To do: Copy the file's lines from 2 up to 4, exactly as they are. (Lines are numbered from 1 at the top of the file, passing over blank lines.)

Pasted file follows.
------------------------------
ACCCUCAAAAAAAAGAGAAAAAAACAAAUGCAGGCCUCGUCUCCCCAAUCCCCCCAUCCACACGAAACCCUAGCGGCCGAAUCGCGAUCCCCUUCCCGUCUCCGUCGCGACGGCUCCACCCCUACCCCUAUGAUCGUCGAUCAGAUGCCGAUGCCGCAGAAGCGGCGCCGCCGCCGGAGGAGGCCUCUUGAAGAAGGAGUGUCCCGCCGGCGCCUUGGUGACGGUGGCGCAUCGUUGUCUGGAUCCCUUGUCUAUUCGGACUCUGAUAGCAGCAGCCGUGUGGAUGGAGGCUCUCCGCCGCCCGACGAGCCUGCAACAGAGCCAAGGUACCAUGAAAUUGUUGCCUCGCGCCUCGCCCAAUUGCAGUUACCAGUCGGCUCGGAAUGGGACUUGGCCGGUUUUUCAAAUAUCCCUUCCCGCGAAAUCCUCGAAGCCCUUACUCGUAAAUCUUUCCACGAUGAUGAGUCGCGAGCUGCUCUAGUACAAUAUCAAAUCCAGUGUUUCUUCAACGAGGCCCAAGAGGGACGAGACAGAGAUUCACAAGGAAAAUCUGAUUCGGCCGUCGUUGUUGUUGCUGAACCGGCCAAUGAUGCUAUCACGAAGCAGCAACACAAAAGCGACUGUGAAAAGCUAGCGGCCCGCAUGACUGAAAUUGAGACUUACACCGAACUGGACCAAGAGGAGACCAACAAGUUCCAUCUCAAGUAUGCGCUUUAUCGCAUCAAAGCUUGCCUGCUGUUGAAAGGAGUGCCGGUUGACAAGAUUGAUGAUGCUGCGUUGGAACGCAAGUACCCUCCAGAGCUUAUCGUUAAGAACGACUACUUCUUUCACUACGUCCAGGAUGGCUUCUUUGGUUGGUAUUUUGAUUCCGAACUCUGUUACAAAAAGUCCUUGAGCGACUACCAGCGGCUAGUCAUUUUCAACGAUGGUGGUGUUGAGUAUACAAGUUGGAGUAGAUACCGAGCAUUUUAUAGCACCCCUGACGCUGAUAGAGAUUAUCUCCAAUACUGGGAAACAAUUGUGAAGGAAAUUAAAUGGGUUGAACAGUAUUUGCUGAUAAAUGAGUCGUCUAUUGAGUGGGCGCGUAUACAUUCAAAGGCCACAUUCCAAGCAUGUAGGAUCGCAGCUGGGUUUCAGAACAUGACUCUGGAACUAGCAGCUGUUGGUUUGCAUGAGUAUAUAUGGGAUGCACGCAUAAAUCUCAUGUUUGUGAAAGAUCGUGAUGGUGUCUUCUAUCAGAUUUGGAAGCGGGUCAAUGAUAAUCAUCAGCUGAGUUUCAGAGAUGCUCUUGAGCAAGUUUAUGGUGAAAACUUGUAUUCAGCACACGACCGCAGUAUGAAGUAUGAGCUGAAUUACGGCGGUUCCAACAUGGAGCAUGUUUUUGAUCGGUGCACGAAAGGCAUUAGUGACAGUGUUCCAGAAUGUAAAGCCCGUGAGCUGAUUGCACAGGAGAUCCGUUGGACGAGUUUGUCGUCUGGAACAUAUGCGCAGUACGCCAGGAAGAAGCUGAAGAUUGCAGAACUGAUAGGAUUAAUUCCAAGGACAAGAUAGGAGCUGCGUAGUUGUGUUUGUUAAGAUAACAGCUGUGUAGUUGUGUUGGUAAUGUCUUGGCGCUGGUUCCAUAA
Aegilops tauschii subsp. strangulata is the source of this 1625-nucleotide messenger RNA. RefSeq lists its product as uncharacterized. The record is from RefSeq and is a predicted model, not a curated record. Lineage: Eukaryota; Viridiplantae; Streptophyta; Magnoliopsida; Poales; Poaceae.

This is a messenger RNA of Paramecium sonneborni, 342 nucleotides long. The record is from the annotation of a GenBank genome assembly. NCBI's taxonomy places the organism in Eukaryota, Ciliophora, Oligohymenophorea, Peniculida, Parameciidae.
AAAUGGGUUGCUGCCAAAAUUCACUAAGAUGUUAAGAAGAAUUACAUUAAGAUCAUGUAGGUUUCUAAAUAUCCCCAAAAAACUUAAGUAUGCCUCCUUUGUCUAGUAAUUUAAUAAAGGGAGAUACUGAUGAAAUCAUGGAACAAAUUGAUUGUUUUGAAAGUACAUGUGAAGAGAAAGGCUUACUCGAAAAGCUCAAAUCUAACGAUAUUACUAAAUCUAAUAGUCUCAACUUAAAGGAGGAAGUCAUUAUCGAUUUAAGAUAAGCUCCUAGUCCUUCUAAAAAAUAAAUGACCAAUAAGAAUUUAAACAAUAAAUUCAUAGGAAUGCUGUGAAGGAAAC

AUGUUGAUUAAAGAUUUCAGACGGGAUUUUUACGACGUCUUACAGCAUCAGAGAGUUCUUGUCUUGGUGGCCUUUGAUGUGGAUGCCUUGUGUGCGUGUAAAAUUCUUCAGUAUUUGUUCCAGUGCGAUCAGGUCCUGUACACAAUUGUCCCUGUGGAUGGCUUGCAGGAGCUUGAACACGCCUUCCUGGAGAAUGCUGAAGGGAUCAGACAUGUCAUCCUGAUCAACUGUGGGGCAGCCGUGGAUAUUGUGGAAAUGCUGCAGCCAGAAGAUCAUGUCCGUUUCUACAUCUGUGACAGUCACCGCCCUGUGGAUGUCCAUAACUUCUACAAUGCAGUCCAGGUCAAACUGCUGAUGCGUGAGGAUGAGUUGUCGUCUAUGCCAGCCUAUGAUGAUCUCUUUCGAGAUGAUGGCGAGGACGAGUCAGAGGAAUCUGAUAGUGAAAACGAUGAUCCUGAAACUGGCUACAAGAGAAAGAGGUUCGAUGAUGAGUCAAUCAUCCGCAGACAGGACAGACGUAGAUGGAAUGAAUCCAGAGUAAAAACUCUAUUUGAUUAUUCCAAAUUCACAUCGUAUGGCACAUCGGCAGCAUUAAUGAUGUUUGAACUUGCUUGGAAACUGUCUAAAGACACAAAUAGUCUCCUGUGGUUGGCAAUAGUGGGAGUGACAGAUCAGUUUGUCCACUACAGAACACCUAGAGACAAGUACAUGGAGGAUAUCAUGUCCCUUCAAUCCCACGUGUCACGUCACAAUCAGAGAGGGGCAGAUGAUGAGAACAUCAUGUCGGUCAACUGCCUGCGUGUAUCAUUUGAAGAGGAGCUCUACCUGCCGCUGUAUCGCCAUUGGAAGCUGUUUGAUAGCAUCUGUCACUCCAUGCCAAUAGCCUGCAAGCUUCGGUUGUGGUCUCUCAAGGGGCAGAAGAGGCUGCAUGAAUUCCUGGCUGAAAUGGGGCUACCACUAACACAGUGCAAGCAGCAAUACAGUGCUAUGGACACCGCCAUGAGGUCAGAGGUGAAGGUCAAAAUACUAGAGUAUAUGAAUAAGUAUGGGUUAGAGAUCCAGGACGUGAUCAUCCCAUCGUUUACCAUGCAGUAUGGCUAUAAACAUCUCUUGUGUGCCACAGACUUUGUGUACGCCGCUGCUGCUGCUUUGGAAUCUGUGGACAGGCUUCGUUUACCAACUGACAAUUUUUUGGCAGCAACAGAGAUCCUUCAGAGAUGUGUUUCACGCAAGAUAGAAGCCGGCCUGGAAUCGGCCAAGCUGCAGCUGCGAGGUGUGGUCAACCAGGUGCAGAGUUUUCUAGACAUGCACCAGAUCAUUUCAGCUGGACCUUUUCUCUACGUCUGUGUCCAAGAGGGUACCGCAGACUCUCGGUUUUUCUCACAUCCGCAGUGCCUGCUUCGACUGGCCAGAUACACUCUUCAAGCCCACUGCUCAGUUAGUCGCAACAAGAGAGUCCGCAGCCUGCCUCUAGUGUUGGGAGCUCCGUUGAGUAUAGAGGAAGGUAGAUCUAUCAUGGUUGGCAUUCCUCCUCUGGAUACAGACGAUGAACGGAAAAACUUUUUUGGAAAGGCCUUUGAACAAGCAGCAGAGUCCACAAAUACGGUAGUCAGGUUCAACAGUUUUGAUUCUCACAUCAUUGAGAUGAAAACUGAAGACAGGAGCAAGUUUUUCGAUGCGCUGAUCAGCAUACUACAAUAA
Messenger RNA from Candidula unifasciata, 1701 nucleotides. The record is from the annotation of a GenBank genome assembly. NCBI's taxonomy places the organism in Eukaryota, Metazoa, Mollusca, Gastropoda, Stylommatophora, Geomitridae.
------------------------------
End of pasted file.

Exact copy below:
Aegilops tauschii subsp. strangulata is the source of this 1625-nucleotide messenger RNA. RefSeq lists its product as uncharacterized. The record is from RefSeq and is a predicted model, not a curated record. Lineage: Eukaryota; Viridiplantae; Streptophyta; Magnoliopsida; Poales; Poaceae.

This is a messenger RNA of Paramecium sonneborni, 342 nucleotides long. The record is from the annotation of a GenBank genome assembly. NCBI's taxonomy places the organism in Eukaryota, Ciliophora, Oligohymenophorea, Peniculida, Parameciidae.
AAAUGGGUUGCUGCCAAAAUUCACUAAGAUGUUAAGAAGAAUUACAUUAAGAUCAUGUAGGUUUCUAAAUAUCCCCAAAAAACUUAAGUAUGCCUCCUUUGUCUAGUAAUUUAAUAAAGGGAGAUACUGAUGAAAUCAUGGAACAAAUUGAUUGUUUUGAAAGUACAUGUGAAGAGAAAGGCUUACUCGAAAAGCUCAAAUCUAACGAUAUUACUAAAUCUAAUAGUCUCAACUUAAAGGAGGAAGUCAUUAUCGAUUUAAGAUAAGCUCCUAGUCCUUCUAAAAAAUAAAUGACCAAUAAGAAUUUAAACAAUAAAUUCAUAGGAAUGCUGUGAAGGAAAC